14th c. Tractatus Quick Mead and Metheglyn

In the 14th century, an un-named individual copied a number of texts into a volume. Without printed copies, this individual was using the available technology to preserve information for later use when separated from the source texts. The overall manuscript contains a wide variety of information, and in that respect this recipe is representative of a segment of early mead recipes that appear in contexts with no apparent relationship to brewing.

‘Tractatus’ the appellation that I have given this recipe is the for Tractatus de Magnete et Operationibus eius, the name given the volume by the owners.

There follows here some 6000 plus words interpreting the 336 words in the original recipe. This is a somewhat longer discussion of a recipe than I typically undertake, and is intended to present the process of redaction in some detail. The modernized recipe is near the end.

TL:DR (too long: didn’t read) – Interpreting a recipe for the modern age requires a lot of selecting one option among many possibilities (of greater or lesser likelihood), first figuring out what the options actually are. Then many choices are made in how to execute those instructions when the original equipment and ingredients may be difficult or impossible to obtain. Choices are also made to try to ensure the end product meets the brewers’ desires and expectations. Some choices are better or worse in specific contexts, but there remain many many possibilities. Skip to the bottom of the page to find the recipe.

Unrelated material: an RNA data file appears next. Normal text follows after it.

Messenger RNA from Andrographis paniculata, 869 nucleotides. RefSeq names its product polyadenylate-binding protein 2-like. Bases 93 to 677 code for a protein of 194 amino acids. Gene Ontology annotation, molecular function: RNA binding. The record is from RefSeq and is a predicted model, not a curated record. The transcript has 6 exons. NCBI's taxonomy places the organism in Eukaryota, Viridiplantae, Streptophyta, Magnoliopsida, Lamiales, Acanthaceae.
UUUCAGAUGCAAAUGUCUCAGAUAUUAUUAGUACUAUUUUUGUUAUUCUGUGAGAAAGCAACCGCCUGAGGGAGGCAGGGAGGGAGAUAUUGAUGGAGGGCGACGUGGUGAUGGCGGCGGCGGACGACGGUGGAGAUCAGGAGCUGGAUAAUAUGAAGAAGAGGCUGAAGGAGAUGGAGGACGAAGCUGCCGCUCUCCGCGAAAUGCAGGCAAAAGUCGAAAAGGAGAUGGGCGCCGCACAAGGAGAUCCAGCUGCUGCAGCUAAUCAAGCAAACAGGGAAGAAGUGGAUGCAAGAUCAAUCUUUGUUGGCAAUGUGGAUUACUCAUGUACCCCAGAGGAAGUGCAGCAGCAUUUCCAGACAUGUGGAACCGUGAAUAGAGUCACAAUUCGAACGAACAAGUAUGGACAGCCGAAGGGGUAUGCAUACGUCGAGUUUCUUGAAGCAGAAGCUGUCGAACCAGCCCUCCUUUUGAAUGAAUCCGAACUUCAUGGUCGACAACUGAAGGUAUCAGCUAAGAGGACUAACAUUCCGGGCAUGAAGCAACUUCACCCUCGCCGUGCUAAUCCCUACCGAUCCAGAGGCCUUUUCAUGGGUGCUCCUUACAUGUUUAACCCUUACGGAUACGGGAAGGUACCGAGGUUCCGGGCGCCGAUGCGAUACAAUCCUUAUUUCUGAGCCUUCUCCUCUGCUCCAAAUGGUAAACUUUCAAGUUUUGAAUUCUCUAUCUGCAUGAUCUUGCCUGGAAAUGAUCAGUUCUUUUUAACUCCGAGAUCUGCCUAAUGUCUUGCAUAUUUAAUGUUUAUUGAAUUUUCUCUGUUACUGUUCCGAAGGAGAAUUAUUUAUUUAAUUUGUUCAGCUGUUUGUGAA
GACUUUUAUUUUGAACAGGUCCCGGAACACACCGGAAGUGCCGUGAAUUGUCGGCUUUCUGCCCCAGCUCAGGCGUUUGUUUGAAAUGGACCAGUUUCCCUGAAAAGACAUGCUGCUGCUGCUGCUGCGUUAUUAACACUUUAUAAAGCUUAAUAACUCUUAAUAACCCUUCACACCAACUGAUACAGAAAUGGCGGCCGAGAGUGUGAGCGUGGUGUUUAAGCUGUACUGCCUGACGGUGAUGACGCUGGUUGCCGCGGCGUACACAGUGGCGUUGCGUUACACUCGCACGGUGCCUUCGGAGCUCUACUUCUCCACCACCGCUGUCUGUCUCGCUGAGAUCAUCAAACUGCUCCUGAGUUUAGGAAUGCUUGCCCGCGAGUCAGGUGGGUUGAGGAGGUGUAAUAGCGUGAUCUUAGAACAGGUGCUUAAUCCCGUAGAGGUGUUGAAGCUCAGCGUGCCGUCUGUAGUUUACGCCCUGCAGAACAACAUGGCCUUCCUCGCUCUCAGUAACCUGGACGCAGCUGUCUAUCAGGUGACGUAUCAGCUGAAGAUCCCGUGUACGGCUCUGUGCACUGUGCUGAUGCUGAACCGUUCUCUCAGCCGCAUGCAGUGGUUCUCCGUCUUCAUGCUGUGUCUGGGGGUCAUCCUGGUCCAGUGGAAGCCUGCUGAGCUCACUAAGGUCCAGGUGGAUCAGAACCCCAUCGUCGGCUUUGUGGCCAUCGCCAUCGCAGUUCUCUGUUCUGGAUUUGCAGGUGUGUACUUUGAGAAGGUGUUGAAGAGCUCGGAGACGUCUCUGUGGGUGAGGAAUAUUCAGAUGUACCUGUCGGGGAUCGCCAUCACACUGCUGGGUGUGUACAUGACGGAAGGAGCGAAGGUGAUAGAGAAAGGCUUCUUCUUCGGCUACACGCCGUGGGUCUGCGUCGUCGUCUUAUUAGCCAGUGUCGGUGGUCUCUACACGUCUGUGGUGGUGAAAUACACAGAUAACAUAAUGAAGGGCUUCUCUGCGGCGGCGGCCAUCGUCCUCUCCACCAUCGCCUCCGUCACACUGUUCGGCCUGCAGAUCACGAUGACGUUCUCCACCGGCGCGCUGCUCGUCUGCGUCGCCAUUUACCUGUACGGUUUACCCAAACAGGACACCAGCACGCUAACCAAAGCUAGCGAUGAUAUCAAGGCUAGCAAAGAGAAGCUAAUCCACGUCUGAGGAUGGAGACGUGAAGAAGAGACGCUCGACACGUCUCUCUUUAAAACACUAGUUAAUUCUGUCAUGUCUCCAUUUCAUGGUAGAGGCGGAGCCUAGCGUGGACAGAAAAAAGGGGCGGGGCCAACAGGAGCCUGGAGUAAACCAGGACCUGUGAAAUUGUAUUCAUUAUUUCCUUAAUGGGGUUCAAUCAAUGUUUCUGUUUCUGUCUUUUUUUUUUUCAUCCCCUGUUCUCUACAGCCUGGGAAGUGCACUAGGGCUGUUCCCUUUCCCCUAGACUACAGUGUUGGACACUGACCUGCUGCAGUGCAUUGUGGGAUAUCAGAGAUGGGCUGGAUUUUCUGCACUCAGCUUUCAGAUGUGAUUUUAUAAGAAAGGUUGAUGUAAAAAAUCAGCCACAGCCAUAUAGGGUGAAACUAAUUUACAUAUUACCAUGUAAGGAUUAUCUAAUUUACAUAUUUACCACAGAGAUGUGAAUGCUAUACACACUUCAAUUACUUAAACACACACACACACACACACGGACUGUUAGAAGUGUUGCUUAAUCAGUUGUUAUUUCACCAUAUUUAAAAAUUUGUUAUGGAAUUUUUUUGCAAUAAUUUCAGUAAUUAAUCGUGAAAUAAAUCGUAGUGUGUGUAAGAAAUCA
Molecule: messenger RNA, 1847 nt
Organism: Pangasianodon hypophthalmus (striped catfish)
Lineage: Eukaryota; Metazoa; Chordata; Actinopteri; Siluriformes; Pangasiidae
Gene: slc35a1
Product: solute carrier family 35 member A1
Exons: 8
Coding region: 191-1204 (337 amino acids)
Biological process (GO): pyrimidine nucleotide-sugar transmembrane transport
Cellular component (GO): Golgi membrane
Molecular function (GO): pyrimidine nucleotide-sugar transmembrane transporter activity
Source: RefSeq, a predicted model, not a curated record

The entire manuscript is available scanned at http://contentdm.mhsl.uab.edu/cdm/compoundobject/collection/PHARM/id/889/rec/9

The manuscript is identified in the University collection by the title of the major item in the manuscript, a 13th century piece on magnets (the first known treatise on them). But the 35 page ( each with a front and back or recto (r) and verso (v)) manuscript also includes pieces on number theory, ‘seven signs of bad breeding’, and, most important to us, 5 pages of recipes, including recipes for mead and metheglyn on a single page.

See https://www.uab.edu/reynolds/collect/manuscripts/tractatus the folios page leads to the transcription of the mead recipes on folio 20r (the image for the original page is linked at the start of the transcription).

I do not copy the images here because even though the text is long out of copyright, the images are copyrighted to the modern creator (the University of Alabama at Birmingham).